‘Woman wrecker’: A suffragette’s story
On 1 March 1912, a middle-aged woman named Charlotte Blacklock joined about 200 other women outside shops and offices in London’s glittering West End. At 5:45, reported the Sydney Morning Herald’s correspondent, the women ‘made simultaneous attacks on the shop windows nearest to each of them. Some drew hammers from muffs; many had handbags filled with heavy weights, which they swung against the glass.’ The correspondent continued:
[D]estruction was wrought. Bond-street on the east side was a ruin. Piccadilly shop fronts were starred on every side. The Strand, Haymarket, and Regent-street might have been bombarded. Many hundreds of pounds’ worth of plate-glass had been utterly destroyed.
Some 270 premises were damaged in the ‘raid’, including those on Downing Street, Whitehall and Oxford Street. The windows at Burberry, Liberty, the luxury department store Marshall & Snelgrove and Kodak were smashed. The offices of the Canadian Pacific, the Grand Trunk Railway and German shipping company Norddeutscher Lloyd were not spared, either. ‘Five minutes later’, wrote the correspondent, ‘the streets were full of excited groups, each surrounding a woman wrecker being led in custody to the nearest police station …[A]ny unaccompanied lady in the streets, especially if she carried a handbag, became the subject of menacing suspicion.’ Charlotte Blacklock—a wrecker, a guerrilla warrior or even, in today’s parlance, a terrorist—was among the 120 or more women arrested.
Charlotte was a suffragette, and her action was typical of the organisation she supported, the Women’s Social and Political Union (WSPU). The WSPU was formed in 1903 out of frustration at the reluctance of the British government to give women the vote. WSPU members felt that years of peaceful lobbying by constitutional suffragists had failed; the British media had lost interest in their polite struggle for parliamentary reform.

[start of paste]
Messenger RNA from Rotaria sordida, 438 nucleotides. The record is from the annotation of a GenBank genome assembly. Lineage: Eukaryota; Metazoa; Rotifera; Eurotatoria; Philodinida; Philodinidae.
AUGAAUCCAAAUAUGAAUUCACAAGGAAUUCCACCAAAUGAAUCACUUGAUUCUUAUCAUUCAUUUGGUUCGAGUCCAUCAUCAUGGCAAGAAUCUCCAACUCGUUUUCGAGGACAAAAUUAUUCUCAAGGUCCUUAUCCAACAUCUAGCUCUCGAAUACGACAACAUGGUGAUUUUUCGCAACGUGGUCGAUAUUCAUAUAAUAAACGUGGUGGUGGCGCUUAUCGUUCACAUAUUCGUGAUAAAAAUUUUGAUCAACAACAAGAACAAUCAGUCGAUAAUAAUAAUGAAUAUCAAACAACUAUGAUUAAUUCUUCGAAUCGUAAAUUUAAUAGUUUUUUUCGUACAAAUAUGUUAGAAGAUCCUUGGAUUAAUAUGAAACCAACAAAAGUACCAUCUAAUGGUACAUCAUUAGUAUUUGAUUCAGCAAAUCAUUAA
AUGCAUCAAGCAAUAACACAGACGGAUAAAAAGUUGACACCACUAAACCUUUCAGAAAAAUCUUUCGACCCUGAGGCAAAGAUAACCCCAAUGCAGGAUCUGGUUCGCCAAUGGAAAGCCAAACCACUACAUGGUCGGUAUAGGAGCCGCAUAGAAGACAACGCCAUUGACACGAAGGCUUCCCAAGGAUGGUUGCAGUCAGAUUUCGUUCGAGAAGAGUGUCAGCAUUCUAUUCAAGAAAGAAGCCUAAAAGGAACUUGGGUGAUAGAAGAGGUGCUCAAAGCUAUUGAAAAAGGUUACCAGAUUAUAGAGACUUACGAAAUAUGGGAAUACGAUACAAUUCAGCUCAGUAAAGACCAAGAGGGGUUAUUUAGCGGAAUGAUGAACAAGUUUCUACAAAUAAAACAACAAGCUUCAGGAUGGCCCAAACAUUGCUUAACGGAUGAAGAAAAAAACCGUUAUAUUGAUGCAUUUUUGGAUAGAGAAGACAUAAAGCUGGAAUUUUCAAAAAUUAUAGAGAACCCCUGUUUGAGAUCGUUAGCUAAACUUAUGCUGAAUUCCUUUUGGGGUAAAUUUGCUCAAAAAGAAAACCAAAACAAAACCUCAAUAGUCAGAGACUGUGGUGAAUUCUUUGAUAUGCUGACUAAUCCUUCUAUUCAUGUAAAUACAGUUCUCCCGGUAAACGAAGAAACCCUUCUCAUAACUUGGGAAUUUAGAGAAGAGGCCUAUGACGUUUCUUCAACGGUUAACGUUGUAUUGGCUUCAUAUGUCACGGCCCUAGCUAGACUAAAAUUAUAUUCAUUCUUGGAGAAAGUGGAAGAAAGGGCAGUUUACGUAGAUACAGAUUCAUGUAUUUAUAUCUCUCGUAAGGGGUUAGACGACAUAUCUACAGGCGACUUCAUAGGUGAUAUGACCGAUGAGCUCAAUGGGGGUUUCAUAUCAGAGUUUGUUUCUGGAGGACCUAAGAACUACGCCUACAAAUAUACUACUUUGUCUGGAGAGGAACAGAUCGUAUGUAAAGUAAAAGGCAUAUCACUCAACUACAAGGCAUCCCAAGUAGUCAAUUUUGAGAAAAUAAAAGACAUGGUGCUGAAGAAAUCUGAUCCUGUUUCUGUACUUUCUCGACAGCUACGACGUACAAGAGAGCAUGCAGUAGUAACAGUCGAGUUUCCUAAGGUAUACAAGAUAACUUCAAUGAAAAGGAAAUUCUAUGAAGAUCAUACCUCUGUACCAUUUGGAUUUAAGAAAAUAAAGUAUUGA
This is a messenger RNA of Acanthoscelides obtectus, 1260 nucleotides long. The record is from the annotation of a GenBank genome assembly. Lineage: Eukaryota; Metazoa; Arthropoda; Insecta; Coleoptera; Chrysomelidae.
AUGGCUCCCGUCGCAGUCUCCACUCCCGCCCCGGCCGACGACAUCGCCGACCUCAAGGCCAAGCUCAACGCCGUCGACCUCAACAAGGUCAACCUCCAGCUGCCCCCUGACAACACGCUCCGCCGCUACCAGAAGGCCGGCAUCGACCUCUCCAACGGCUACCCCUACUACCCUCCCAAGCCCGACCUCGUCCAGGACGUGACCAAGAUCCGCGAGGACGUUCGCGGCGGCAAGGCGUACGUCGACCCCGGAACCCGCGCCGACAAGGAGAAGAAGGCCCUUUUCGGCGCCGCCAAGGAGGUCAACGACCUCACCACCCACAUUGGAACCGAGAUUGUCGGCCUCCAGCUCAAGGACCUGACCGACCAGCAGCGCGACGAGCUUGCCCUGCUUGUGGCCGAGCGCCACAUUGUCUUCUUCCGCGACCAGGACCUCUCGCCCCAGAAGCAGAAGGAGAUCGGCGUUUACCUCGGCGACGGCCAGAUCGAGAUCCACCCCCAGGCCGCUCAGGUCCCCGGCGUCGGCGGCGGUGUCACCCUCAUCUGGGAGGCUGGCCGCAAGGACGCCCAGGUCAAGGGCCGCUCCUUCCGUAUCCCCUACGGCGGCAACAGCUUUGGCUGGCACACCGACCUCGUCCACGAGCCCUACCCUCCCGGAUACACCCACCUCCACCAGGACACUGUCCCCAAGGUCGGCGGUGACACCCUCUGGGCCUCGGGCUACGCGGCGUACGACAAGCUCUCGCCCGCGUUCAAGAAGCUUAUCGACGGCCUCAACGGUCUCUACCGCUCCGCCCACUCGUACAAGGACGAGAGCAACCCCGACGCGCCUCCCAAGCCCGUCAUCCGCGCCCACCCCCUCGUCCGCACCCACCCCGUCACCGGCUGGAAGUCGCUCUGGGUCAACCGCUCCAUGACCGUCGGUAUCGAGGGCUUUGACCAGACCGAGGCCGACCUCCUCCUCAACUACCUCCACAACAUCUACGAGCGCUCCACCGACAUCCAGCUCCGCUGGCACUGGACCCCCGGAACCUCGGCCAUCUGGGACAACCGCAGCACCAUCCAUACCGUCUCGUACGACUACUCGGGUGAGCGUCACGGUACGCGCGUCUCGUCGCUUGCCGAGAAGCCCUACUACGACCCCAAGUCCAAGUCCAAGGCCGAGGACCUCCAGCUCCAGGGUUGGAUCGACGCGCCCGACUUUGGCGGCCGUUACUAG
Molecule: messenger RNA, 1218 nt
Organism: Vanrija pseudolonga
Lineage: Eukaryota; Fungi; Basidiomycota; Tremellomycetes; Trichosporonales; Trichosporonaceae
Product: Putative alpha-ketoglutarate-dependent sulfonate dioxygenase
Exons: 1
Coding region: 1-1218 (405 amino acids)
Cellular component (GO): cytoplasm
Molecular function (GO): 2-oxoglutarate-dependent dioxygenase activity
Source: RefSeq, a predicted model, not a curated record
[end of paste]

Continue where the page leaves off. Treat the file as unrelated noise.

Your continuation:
The WSPU’s motto, Deeds Not Words, reflected its belief that only militant, often violent direct action would attract the outraged publicity necessary to affect change. Women would deliberately flout the law in order to be sent to prison, drawing attention to themselves and pressuring parliament to address their concerns. At this time, men who owned property worth a certain value or who paid a certain amount of rent could vote (many British working men, like women, were also disenfranchised). The WSPU believed that if property was what the government cared about, then property would be targeted. As suffragette Anne Cobden Sanderson said after her arrest outside the House of Commons in 1906, ‘I am a law breaker because I want to be a law maker.’
Charlotte Blacklock was sentenced to four months’ prison for her window-smashing efforts. While in prison she went on a hunger strike, another WSPU resistance tactic. Hunger-striking began in 1909, when suffragette Marion Wallace Dunlop refused food in protest at being treated like a common criminal instead of a political prisoner deserving ‘first-division treatment’. Initially hunger-striking suffragettes were quickly released, so that they would not die and become martyrs to their cause. But by mid-1912 it was reported that 90 of the 102 suffragettes in prison were being forcibly fed.